Welcome Stockaholics!

We are a new and fast growing financial forum! Sign up for free and let's talk stocks!

  1. Do you want to help develop this community? We are looking for contributions from investors and traders like you! What stocks do you follow? What is hot right now? Sign up and get in on the ground floor of the newest, fastest growing financial forum!
    Dismiss Notice
  2. You will notice a live chat widget on the right. Click in to join us and lets hear about how you nailed that last UWTI trade!
    Dismiss Notice

The Bear Thread

Discussion in 'Stock Market Today' started by bigbear0083, Apr 1, 2016.

  1. bigbear0083

    bigbear0083 Content Manager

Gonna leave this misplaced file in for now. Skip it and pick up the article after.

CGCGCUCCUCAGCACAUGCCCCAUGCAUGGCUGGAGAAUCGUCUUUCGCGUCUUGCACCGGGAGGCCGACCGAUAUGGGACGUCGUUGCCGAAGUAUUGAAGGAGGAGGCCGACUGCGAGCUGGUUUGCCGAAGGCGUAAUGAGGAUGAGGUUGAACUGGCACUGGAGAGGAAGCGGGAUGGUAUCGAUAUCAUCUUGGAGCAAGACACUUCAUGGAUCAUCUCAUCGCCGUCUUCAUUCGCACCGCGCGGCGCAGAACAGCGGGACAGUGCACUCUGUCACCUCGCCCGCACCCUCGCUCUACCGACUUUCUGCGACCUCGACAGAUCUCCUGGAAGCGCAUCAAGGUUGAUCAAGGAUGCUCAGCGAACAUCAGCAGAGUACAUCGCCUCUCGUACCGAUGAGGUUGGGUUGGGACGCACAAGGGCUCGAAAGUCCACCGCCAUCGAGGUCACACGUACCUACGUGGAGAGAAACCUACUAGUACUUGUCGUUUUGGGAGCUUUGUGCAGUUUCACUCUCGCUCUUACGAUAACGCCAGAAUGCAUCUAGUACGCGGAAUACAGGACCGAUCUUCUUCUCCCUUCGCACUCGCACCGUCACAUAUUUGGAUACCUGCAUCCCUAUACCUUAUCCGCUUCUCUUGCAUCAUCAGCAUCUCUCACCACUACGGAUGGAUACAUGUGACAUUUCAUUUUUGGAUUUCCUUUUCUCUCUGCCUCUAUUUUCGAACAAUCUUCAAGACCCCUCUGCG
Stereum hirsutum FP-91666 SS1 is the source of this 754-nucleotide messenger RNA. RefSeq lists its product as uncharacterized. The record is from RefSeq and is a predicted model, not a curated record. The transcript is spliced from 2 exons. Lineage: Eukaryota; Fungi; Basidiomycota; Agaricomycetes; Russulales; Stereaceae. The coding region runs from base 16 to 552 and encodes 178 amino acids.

Staff Member

    Joined:
    Mar 29, 2016
    Messages:
    17,291
    Likes Received:
    5,801
    Strong Starts Hog Gains for the Year
    [​IMG]
    Big gains the first four months of 2019 have some Wall Street pundits and analysts concerned. While strong starts for the market for the first four months of the year don’t leave much for the rest of the year, it is by no means a negative implication or bearish indication. S&P 500 leads the pack with its 17.5% gain coming in at #3 since 1950. NASDAQ’s 22.0% gain is the 5th best first four month since 1971. DJIA’s 14.0% rise is number 9.